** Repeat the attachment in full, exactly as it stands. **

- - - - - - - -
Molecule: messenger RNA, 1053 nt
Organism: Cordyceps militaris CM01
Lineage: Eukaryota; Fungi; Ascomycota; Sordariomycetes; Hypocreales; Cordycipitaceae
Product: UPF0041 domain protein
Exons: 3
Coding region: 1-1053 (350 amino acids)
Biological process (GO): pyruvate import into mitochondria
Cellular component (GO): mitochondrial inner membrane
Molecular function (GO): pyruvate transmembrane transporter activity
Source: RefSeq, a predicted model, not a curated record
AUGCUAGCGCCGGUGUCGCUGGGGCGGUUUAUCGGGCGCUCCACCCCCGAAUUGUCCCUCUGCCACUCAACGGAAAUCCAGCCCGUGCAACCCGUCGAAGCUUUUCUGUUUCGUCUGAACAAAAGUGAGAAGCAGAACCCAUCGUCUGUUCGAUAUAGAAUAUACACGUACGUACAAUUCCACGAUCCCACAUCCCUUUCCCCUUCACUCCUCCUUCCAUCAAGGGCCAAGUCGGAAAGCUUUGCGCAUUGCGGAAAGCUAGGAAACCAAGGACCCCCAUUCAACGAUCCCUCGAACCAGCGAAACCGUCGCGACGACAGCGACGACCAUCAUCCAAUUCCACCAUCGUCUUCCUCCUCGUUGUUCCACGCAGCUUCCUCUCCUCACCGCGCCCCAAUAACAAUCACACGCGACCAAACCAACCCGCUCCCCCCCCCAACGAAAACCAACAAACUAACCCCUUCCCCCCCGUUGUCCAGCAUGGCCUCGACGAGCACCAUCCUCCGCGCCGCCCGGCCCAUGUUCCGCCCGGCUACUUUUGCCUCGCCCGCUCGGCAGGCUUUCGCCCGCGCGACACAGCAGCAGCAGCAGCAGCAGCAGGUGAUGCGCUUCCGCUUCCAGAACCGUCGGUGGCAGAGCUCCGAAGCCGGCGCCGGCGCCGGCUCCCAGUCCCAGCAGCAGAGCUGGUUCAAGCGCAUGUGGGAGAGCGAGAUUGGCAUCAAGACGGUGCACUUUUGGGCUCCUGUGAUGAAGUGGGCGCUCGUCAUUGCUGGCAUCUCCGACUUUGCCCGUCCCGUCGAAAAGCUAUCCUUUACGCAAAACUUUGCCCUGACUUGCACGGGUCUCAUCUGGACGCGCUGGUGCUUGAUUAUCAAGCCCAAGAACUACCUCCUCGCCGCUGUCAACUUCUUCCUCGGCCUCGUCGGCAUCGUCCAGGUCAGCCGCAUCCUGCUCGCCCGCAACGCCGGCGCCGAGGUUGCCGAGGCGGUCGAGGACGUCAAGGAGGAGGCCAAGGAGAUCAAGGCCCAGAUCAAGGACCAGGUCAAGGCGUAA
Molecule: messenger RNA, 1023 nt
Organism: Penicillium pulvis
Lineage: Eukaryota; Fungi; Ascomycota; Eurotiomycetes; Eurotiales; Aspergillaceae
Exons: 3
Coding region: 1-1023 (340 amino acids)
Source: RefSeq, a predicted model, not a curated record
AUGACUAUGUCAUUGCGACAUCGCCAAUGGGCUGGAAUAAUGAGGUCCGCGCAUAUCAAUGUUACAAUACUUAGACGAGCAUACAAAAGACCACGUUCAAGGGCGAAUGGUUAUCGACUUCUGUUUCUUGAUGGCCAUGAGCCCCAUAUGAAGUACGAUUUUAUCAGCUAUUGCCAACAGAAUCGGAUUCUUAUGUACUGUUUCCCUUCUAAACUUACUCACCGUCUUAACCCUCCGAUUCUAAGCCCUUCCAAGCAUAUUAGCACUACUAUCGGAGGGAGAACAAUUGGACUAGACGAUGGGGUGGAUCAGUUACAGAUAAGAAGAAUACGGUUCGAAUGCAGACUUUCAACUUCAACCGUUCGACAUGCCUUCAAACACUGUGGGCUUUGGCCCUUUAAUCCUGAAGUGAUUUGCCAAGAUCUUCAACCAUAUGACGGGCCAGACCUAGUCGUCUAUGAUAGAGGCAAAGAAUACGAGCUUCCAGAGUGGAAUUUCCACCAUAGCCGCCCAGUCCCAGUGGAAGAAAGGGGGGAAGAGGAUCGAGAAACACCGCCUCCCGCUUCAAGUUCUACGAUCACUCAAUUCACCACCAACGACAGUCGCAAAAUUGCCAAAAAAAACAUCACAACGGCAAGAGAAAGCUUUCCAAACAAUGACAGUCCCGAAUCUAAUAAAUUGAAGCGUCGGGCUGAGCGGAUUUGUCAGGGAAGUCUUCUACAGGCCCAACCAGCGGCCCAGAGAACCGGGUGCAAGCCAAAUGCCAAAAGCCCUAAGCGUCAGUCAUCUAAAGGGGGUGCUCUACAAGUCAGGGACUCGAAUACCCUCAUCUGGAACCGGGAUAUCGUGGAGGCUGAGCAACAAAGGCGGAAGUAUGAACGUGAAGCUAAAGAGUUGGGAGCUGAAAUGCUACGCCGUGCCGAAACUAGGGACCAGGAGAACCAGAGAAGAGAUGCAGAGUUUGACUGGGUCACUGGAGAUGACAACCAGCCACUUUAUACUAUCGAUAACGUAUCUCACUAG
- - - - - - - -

Molecule: messenger RNA, 1053 nt
Organism: Cordyceps militaris CM01
Lineage: Eukaryota; Fungi; Ascomycota; Sordariomycetes; Hypocreales; Cordycipitaceae
Product: UPF0041 domain protein
Exons: 3
Coding region: 1-1053 (350 amino acids)
Biological process (GO): pyruvate import into mitochondria
Cellular component (GO): mitochondrial inner membrane
Molecular function (GO): pyruvate transmembrane transporter activity
Source: RefSeq, a predicted model, not a curated record
AUGCUAGCGCCGGUGUCGCUGGGGCGGUUUAUCGGGCGCUCCACCCCCGAAUUGUCCCUCUGCCACUCAACGGAAAUCCAGCCCGUGCAACCCGUCGAAGCUUUUCUGUUUCGUCUGAACAAAAGUGAGAAGCAGAACCCAUCGUCUGUUCGAUAUAGAAUAUACACGUACGUACAAUUCCACGAUCCCACAUCCCUUUCCCCUUCACUCCUCCUUCCAUCAAGGGCCAAGUCGGAAAGCUUUGCGCAUUGCGGAAAGCUAGGAAACCAAGGACCCCCAUUCAACGAUCCCUCGAACCAGCGAAACCGUCGCGACGACAGCGACGACCAUCAUCCAAUUCCACCAUCGUCUUCCUCCUCGUUGUUCCACGCAGCUUCCUCUCCUCACCGCGCCCCAAUAACAAUCACACGCGACCAAACCAACCCGCUCCCCCCCCCAACGAAAACCAACAAACUAACCCCUUCCCCCCCGUUGUCCAGCAUGGCCUCGACGAGCACCAUCCUCCGCGCCGCCCGGCCCAUGUUCCGCCCGGCUACUUUUGCCUCGCCCGCUCGGCAGGCUUUCGCCCGCGCGACACAGCAGCAGCAGCAGCAGCAGCAGGUGAUGCGCUUCCGCUUCCAGAACCGUCGGUGGCAGAGCUCCGAAGCCGGCGCCGGCGCCGGCUCCCAGUCCCAGCAGCAGAGCUGGUUCAAGCGCAUGUGGGAGAGCGAGAUUGGCAUCAAGACGGUGCACUUUUGGGCUCCUGUGAUGAAGUGGGCGCUCGUCAUUGCUGGCAUCUCCGACUUUGCCCGUCCCGUCGAAAAGCUAUCCUUUACGCAAAACUUUGCCCUGACUUGCACGGGUCUCAUCUGGACGCGCUGGUGCUUGAUUAUCAAGCCCAAGAACUACCUCCUCGCCGCUGUCAACUUCUUCCUCGGCCUCGUCGGCAUCGUCCAGGUCAGCCGCAUCCUGCUCGCCCGCAACGCCGGCGCCGAGGUUGCCGAGGCGGUCGAGGACGUCAAGGAGGAGGCCAAGGAGAUCAAGGCCCAGAUCAAGGACCAGGUCAAGGCGUAA
Molecule: messenger RNA, 1023 nt
Organism: Penicillium pulvis
Lineage: Eukaryota; Fungi; Ascomycota; Eurotiomycetes; Eurotiales; Aspergillaceae
Exons: 3
Coding region: 1-1023 (340 amino acids)
Source: RefSeq, a predicted model, not a curated record
AUGACUAUGUCAUUGCGACAUCGCCAAUGGGCUGGAAUAAUGAGGUCCGCGCAUAUCAAUGUUACAAUACUUAGACGAGCAUACAAAAGACCACGUUCAAGGGCGAAUGGUUAUCGACUUCUGUUUCUUGAUGGCCAUGAGCCCCAUAUGAAGUACGAUUUUAUCAGCUAUUGCCAACAGAAUCGGAUUCUUAUGUACUGUUUCCCUUCUAAACUUACUCACCGUCUUAACCCUCCGAUUCUAAGCCCUUCCAAGCAUAUUAGCACUACUAUCGGAGGGAGAACAAUUGGACUAGACGAUGGGGUGGAUCAGUUACAGAUAAGAAGAAUACGGUUCGAAUGCAGACUUUCAACUUCAACCGUUCGACAUGCCUUCAAACACUGUGGGCUUUGGCCCUUUAAUCCUGAAGUGAUUUGCCAAGAUCUUCAACCAUAUGACGGGCCAGACCUAGUCGUCUAUGAUAGAGGCAAAGAAUACGAGCUUCCAGAGUGGAAUUUCCACCAUAGCCGCCCAGUCCCAGUGGAAGAAAGGGGGGAAGAGGAUCGAGAAACACCGCCUCCCGCUUCAAGUUCUACGAUCACUCAAUUCACCACCAACGACAGUCGCAAAAUUGCCAAAAAAAACAUCACAACGGCAAGAGAAAGCUUUCCAAACAAUGACAGUCCCGAAUCUAAUAAAUUGAAGCGUCGGGCUGAGCGGAUUUGUCAGGGAAGUCUUCUACAGGCCCAACCAGCGGCCCAGAGAACCGGGUGCAAGCCAAAUGCCAAAAGCCCUAAGCGUCAGUCAUCUAAAGGGGGUGCUCUACAAGUCAGGGACUCGAAUACCCUCAUCUGGAACCGGGAUAUCGUGGAGGCUGAGCAACAAAGGCGGAAGUAUGAACGUGAAGCUAAAGAGUUGGGAGCUGAAAUGCUACGCCGUGCCGAAACUAGGGACCAGGAGAACCAGAGAAGAGAUGCAGAGUUUGACUGGGUCACUGGAGAUGACAACCAGCCACUUUAUACUAUCGAUAACGUAUCUCACUAG